Hysterectomy is one of the commonest surgeries done in women. It is a safe surgery and has low risks of complications. It can prove to be life-saving in case of cancer. It can effectively relieve symptoms of various diseases of the uterus and ovary (such as bleeding or discomfort related to fibroids, severe endometriosis or uterine prolapse). The risk of complication is low as the surgeons who perform them, do so on a regular basis, which improves their skills and helps improve outcomes for their patients. Also, many hysterectomy patients are otherwise healthy, which decreases the risk of complications during and after the procedure.
But every surgery has risks. Fortunately less than 10% of hysterectomy patients experience a major or minor complication, according to studies. The risks of complications are slightly more in women who undergo open abdominal hysterectomy than with the vaginal and laparoscopic abdominal procedures.
Risks of Hysterectomy
Complications related to anaesthesia occur more often in women who smoke, are obese, or have serious heart or lung disease. Besides the general risks associated with any surgery and the risks associated with anaesthesia, some of the common risks of hysterectomy include:
- Fever: You may have fever during recovery which may vary from mild to severe. Fever may be caused because of bladder infection or wound infection. If fever occurs because of an infection, it is usually treated with antibiotics.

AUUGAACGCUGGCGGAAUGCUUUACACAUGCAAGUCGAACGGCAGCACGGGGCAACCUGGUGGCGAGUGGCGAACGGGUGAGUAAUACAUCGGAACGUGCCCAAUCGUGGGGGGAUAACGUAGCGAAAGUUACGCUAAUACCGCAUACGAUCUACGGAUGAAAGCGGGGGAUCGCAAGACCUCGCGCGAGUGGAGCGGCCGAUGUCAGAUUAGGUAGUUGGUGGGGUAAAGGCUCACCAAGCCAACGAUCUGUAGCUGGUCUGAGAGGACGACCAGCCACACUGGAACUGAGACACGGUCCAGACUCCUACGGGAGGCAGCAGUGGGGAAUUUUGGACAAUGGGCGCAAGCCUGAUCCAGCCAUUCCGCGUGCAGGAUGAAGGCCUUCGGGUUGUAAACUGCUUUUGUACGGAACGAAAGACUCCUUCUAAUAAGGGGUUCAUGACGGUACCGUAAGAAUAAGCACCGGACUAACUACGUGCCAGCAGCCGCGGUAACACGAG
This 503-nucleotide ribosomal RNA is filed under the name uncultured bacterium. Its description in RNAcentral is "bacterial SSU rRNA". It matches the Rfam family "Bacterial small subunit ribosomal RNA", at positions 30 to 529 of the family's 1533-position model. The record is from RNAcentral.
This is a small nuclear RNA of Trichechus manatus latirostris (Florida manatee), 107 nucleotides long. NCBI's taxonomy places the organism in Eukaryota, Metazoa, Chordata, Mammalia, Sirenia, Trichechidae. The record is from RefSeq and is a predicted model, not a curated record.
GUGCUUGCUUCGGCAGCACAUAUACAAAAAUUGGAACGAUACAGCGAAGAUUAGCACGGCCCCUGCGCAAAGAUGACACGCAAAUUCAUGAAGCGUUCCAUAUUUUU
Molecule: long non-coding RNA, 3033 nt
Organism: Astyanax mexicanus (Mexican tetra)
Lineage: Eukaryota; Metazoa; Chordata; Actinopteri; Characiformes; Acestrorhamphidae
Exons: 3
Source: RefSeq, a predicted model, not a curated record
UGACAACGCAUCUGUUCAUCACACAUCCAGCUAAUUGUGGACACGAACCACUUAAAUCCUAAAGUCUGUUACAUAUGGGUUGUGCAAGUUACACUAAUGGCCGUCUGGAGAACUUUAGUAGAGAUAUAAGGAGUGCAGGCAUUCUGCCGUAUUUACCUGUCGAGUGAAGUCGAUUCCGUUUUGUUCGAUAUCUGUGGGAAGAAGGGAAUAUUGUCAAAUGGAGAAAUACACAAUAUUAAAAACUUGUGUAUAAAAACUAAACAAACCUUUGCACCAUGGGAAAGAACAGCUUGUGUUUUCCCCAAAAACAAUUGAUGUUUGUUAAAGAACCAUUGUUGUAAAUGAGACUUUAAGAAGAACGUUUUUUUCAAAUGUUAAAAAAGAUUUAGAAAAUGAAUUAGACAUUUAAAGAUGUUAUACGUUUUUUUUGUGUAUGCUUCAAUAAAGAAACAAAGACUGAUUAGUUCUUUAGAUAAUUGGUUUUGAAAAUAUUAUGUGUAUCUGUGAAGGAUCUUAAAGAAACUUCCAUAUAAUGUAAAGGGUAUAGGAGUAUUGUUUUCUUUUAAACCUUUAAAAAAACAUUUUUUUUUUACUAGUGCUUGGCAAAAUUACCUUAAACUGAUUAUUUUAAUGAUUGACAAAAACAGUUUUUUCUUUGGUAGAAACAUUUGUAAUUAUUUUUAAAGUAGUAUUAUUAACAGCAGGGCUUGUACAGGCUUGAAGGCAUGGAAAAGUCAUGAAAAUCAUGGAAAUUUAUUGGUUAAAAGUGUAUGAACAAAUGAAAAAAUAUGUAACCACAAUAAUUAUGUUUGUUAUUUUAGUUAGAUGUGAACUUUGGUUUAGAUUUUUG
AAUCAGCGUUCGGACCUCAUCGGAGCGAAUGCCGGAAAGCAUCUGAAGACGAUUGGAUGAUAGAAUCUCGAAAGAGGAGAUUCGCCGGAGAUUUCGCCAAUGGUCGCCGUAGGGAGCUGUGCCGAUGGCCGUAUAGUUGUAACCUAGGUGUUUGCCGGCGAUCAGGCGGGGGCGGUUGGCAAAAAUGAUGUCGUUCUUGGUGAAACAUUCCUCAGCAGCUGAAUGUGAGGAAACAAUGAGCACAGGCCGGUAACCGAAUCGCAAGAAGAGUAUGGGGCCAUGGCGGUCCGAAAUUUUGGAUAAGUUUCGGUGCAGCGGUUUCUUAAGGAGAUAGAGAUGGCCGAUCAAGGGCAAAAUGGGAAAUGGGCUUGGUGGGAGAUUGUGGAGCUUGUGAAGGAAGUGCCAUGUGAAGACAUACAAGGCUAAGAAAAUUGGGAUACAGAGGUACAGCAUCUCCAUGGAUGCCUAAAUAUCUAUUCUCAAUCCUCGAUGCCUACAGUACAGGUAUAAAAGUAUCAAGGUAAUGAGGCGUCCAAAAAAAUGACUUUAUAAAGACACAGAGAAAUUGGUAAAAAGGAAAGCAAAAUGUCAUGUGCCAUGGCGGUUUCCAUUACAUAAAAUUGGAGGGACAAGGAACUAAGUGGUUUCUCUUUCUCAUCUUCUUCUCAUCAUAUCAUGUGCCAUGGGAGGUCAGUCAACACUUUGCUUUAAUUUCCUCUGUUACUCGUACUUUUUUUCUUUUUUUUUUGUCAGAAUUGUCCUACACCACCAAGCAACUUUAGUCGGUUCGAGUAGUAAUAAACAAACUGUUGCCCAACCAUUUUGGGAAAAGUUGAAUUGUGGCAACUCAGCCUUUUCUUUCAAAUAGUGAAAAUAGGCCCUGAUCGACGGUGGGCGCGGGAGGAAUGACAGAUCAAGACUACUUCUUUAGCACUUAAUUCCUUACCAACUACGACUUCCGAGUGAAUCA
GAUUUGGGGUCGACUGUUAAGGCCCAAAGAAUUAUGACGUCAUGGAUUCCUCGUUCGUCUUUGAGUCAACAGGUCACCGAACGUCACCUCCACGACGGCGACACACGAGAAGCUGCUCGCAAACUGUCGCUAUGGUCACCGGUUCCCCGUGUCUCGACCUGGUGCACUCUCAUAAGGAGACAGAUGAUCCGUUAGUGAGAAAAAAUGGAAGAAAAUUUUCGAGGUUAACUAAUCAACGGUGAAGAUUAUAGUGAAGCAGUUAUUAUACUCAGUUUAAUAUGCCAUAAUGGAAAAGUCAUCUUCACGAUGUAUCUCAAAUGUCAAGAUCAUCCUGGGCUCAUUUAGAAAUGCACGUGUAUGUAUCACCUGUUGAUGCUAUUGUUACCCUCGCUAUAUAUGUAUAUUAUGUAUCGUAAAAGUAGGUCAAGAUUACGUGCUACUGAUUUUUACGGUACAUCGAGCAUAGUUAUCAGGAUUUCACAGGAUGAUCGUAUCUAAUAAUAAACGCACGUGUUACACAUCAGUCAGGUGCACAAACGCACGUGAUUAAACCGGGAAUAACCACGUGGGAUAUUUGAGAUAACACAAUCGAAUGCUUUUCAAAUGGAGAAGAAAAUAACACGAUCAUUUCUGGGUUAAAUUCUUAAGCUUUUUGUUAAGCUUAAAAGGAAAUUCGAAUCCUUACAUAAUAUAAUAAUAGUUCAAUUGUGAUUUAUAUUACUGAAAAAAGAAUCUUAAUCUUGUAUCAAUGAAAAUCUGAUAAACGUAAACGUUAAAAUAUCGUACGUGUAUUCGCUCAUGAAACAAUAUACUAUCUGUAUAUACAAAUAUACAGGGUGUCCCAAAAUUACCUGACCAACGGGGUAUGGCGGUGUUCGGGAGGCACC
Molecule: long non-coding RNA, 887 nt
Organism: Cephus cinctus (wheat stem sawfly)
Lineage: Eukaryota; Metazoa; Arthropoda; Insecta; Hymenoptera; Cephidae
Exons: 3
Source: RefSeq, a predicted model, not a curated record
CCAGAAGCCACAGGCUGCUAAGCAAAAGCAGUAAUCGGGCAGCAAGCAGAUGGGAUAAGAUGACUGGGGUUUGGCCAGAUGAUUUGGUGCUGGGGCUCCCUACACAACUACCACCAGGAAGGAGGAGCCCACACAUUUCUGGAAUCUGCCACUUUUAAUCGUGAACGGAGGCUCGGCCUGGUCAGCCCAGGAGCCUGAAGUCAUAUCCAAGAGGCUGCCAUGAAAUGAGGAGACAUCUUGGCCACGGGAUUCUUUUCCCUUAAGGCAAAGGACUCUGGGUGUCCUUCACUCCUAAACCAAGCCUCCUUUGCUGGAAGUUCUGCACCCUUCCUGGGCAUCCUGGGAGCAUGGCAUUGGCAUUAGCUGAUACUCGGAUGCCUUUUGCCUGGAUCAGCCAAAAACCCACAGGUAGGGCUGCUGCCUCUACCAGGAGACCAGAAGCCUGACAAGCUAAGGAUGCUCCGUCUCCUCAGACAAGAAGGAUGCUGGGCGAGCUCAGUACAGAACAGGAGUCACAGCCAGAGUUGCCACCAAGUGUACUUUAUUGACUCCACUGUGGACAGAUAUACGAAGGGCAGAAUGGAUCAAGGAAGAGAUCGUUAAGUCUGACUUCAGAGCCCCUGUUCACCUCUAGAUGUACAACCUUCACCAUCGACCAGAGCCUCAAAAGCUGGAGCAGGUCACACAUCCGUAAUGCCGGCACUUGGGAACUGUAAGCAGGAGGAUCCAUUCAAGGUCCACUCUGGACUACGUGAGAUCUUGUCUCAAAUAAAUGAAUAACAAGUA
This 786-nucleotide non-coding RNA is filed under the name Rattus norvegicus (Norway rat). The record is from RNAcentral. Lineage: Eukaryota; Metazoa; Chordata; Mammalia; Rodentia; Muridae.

- Blood loss: Mild to moderate blood loss may occur during hysterectomy. In some women, bleeding may continue through the recovery period. If blood loss during surgery or after surgery is significant, blood transfusion may be needed. Some women may be given blood transfusion before surgery because of anaemia.
- Injury to adjacent organs and tissues: In hysterectomy, adjacent structures such as the bladder or intestines may get injured. In some women the ureter (tube which carries urine from kidney to bladder) may get injured.
- Change of approach: If the surgeon is unable to remove the uterus through vaginal approach, change from vaginal incision to abdominal incision may be needed during surgery.
- Hematoma: Blood may collect at surgical site leading to formation of hematoma. It can get infected. If the hematoma is small, it may resolve without further treatment. But in cases of significant collection of blood, drainage of blood from hematoma may be needed.
- Dehiscence: In some cases, sutures at the site of incision may open and wound may gape (open up). This is more common in cases with abdominal incision and women who are obese.